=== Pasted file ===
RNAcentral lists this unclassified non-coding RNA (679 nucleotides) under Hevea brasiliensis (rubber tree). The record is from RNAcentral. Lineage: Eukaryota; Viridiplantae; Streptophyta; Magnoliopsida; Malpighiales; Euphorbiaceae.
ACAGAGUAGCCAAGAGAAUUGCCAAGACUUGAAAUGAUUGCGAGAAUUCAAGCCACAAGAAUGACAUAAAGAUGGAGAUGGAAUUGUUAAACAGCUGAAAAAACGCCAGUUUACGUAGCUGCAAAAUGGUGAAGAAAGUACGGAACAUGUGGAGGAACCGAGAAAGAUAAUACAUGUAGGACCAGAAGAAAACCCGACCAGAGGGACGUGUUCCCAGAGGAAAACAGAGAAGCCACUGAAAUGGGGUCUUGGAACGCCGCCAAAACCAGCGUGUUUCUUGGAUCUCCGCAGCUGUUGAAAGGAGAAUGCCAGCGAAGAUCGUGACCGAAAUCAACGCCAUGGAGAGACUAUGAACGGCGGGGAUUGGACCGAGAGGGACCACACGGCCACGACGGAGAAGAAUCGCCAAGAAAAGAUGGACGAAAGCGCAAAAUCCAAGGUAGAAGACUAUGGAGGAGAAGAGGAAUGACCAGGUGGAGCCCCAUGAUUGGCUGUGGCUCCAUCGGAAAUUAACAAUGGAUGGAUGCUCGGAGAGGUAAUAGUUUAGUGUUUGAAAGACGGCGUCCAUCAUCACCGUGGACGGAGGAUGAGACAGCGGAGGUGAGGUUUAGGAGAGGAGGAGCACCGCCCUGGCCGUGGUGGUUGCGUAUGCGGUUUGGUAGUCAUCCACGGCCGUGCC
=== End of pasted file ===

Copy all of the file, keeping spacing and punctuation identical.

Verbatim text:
RNAcentral lists this unclassified non-coding RNA (679 nucleotides) under Hevea brasiliensis (rubber tree). The record is from RNAcentral. Lineage: Eukaryota; Viridiplantae; Streptophyta; Magnoliopsida; Malpighiales; Euphorbiaceae.
ACAGAGUAGCCAAGAGAAUUGCCAAGACUUGAAAUGAUUGCGAGAAUUCAAGCCACAAGAAUGACAUAAAGAUGGAGAUGGAAUUGUUAAACAGCUGAAAAAACGCCAGUUUACGUAGCUGCAAAAUGGUGAAGAAAGUACGGAACAUGUGGAGGAACCGAGAAAGAUAAUACAUGUAGGACCAGAAGAAAACCCGACCAGAGGGACGUGUUCCCAGAGGAAAACAGAGAAGCCACUGAAAUGGGGUCUUGGAACGCCGCCAAAACCAGCGUGUUUCUUGGAUCUCCGCAGCUGUUGAAAGGAGAAUGCCAGCGAAGAUCGUGACCGAAAUCAACGCCAUGGAGAGACUAUGAACGGCGGGGAUUGGACCGAGAGGGACCACACGGCCACGACGGAGAAGAAUCGCCAAGAAAAGAUGGACGAAAGCGCAAAAUCCAAGGUAGAAGACUAUGGAGGAGAAGAGGAAUGACCAGGUGGAGCCCCAUGAUUGGCUGUGGCUCCAUCGGAAAUUAACAAUGGAUGGAUGCUCGGAGAGGUAAUAGUUUAGUGUUUGAAAGACGGCGUCCAUCAUCACCGUGGACGGAGGAUGAGACAGCGGAGGUGAGGUUUAGGAGAGGAGGAGCACCGCCCUGGCCGUGGUGGUUGCGUAUGCGGUUUGGUAGUCAUCCACGGCCGUGCC